Friday, February 1, 2019
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Well, my wife said she knew we were in serious danger when I started rubbing my right leg – while driving, that is. See, I'm a marathon driver and I really like to drive. So Karen and I found ourselves in situations where I was starting to drive past my prime alertness. First sign of sleepiness – rubbing my leg. It must have been some kind of involuntary reflex. So she'd ask if I'd like her to drive. Of course not. Second sign – I'd start doing calisthenics to stay alert. And she would ask if I'd like her to drive. Silly girl; no way. Next sign of impending disaster – I would turn on the most obnoxious radio station I could find. Again, she would suggest that she drive and I'd answer, "I'm fine!" Then I roll down the window – even with the wind chill being, let's say, 30 below. Then, a little more insistent, Karen would say, "Honey, please let me drive." Finally – just before we became a National Safety Council statistic – I'd pull over to the side of the road and relinquish the wheel. You know what? I was out cold before Karen could even pull out on the highway again.
I'm Ron Hutchcraft and I want to have A Word With You today about "Letting Go Of The Wheel."
My wife sometimes had a hard time getting me to let go of the wheel. God knows that feeling – maybe with you too. Because, you see, some of us hang onto control for as long as we can, not realizing that we are heading for a crash if we don't let go. And we're missing miracles that God wants to do in our lives because we refuse to relinquish control.
You see that in flesh-and-blood in our word for today from the Word of God in 2 Kings 5:1. Naaman is Syria's greatest general. He's described in these words: "a valiant soldier, but he had leprosy." He has a problem totally beyond his control. Well, his Jewish servant girl suggests that he go to the prophet Elisha in Israel to be healed by God. It's interesting how Naaman goes about it.
Listen to this: "So Naaman left, taking with him ten talents of silver, six thousands shekels of gold" – you get the idea – he's going to use his wealth to buy himself a cure. Then he decides to use his connections to get well – he goes right to the top. He goes right to the king of Israel. The king says he can't help him and he sends Naaman where he should have gone in the first place – to Elisha. Okay, here comes the motorcade. "So Naaman went with his horses and chariots and stopped at the door of Elisha's house. Elisha sent a messenger to him..." Now imagine how that went over. The prophet won't even come out and see the mighty general; he delegates it to his servant. This is not going well so far.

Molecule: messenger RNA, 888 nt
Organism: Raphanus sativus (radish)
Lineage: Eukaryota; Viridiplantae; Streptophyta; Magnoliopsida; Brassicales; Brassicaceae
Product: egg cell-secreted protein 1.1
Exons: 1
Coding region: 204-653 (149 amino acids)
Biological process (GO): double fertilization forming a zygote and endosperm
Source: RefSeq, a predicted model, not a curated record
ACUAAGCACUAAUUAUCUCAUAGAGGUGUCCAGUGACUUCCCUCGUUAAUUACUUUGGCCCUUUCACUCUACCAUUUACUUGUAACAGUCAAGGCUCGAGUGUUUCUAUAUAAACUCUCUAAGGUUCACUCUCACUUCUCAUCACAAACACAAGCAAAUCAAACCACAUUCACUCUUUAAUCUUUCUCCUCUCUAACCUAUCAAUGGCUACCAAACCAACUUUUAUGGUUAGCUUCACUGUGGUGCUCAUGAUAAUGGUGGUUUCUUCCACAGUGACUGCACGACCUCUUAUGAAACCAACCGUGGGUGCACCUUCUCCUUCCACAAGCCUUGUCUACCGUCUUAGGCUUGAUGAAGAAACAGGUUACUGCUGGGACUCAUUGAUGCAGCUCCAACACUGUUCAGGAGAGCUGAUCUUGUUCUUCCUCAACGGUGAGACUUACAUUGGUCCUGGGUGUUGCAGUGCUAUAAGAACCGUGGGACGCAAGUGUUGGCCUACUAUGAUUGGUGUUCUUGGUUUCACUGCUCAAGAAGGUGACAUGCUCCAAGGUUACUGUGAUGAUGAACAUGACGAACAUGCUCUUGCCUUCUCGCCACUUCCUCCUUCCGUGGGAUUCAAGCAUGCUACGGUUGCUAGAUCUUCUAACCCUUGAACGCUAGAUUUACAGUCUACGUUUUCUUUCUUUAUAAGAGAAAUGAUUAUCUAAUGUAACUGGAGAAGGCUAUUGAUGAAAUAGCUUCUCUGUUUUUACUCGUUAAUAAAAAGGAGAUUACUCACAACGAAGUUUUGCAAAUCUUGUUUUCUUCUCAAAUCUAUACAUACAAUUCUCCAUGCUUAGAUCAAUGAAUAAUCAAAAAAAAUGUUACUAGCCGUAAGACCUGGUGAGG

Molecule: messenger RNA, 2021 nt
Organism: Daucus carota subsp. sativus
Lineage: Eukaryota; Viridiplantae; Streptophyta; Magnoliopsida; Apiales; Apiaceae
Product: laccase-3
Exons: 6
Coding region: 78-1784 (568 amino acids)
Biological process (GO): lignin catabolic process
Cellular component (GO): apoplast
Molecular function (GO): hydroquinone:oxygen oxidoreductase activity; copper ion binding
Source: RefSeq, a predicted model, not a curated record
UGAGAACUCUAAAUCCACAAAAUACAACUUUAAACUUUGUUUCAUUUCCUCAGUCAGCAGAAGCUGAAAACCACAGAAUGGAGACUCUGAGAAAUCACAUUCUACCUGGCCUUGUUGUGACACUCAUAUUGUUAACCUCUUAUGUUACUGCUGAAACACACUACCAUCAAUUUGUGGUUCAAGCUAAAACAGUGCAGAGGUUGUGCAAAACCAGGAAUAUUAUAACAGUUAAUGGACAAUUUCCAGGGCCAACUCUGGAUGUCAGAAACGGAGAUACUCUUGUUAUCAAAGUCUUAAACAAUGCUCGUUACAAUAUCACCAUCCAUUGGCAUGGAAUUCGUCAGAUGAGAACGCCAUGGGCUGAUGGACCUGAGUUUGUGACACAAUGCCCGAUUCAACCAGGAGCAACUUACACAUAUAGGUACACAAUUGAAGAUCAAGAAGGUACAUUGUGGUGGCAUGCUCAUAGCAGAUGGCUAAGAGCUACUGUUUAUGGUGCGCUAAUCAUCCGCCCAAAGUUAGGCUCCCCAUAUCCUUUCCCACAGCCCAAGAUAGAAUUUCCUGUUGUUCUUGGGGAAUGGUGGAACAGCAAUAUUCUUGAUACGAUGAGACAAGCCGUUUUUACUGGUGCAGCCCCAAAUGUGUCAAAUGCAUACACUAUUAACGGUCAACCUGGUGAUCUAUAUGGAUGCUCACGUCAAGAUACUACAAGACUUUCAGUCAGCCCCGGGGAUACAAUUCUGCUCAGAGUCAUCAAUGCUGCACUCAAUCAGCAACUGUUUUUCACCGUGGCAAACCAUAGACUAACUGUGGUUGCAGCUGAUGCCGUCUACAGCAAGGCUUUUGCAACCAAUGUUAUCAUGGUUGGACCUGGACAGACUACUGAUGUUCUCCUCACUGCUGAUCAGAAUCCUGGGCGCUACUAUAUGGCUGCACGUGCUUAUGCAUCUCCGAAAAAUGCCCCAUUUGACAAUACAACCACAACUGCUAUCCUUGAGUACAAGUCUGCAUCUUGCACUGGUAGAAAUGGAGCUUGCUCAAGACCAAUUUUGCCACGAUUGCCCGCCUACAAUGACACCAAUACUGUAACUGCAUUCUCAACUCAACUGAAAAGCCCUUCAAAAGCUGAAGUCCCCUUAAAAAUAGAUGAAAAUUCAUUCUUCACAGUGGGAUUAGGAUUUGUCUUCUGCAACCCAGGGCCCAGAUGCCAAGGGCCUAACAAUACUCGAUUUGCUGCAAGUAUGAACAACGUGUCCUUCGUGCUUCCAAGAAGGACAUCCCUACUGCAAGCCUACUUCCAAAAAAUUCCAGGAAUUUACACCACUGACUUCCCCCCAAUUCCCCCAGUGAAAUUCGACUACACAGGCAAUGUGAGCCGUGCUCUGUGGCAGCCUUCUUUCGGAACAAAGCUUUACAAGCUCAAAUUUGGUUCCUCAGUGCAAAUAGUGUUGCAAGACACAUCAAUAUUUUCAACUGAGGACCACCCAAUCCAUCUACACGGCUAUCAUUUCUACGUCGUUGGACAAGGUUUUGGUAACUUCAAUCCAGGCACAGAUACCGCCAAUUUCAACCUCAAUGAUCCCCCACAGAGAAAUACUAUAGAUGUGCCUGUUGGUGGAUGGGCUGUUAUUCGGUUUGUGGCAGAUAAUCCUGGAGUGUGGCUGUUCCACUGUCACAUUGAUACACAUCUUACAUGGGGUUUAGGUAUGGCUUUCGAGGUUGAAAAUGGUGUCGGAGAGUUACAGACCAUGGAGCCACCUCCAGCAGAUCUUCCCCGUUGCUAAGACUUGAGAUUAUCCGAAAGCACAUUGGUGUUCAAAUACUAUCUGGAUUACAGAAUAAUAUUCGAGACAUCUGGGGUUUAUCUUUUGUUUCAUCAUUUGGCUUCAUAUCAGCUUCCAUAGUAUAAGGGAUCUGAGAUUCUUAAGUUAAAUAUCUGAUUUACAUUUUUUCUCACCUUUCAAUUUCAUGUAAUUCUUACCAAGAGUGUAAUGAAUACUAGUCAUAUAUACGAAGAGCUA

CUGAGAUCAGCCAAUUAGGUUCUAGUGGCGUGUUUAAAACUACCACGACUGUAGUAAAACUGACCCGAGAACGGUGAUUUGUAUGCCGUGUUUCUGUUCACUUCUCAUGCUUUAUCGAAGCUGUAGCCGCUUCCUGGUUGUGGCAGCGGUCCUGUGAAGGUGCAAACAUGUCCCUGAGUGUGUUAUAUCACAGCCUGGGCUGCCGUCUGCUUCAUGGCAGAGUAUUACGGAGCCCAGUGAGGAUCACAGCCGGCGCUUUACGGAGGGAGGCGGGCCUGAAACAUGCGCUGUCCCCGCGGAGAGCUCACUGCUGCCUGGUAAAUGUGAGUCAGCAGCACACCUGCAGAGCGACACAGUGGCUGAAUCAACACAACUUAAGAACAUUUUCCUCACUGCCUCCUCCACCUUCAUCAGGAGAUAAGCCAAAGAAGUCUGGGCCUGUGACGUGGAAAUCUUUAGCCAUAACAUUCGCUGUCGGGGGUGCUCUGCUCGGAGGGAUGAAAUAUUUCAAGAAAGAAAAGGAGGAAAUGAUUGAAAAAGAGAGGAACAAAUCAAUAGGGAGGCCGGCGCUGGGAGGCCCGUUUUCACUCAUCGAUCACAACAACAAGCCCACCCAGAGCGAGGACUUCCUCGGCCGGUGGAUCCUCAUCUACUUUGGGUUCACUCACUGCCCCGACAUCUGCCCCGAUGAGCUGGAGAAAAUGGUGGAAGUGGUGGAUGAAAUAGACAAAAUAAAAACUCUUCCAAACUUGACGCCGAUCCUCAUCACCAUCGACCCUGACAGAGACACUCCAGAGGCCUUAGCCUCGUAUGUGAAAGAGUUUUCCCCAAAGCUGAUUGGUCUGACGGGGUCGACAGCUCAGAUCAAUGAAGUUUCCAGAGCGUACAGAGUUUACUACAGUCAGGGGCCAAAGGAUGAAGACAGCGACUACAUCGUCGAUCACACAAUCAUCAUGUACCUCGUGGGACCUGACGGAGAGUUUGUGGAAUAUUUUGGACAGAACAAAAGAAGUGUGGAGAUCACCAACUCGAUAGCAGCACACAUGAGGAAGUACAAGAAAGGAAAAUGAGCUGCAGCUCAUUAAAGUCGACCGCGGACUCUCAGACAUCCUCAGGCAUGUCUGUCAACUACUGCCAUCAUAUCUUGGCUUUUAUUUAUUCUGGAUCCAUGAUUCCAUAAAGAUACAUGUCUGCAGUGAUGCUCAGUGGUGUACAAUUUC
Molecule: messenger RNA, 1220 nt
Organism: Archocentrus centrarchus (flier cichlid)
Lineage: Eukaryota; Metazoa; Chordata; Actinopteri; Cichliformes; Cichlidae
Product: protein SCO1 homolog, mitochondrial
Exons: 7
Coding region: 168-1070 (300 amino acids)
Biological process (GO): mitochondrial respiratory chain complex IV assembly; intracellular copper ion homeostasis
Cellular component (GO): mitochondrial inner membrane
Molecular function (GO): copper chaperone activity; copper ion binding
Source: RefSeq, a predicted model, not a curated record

Finally, the method of getting cured is not what Naaman wants or expects – to dip himself seven times in the muddy waters of the Jordan River. He almost leaves, still dying of leprosy. But he finally humbles himself, immerses himself in the river, and the Bible says, "his flesh was restored and became clean like that of a young boy." Here's Naaman's exciting testimony to Elisha: "Now I know there is no God in all the world except in Israel...I will never again make sacrifices to any other god but the Lord."
There's a lot of Naaman in a lot of us. We want to hold on to the wheel, do it our way, maintain control. We want to contribute to the solution. We want to maintain our pride. But there's no miracle there – not until God has squeezed the last drop of you out of solving this, so you will know, as never before, His power and His love. God's answer is going to require your humility, not your help, and probably come from a source you wouldn't plan on or expect. So, the sooner you release control, the sooner God will respond and the sooner the cure will be yours.
You've been stubbornly hanging onto that wheel. God's been asking over and over, "Isn't it time you let Me drive? You'll crash if you don't." Isn't it time you pull over and finally let the Lord have the wheel?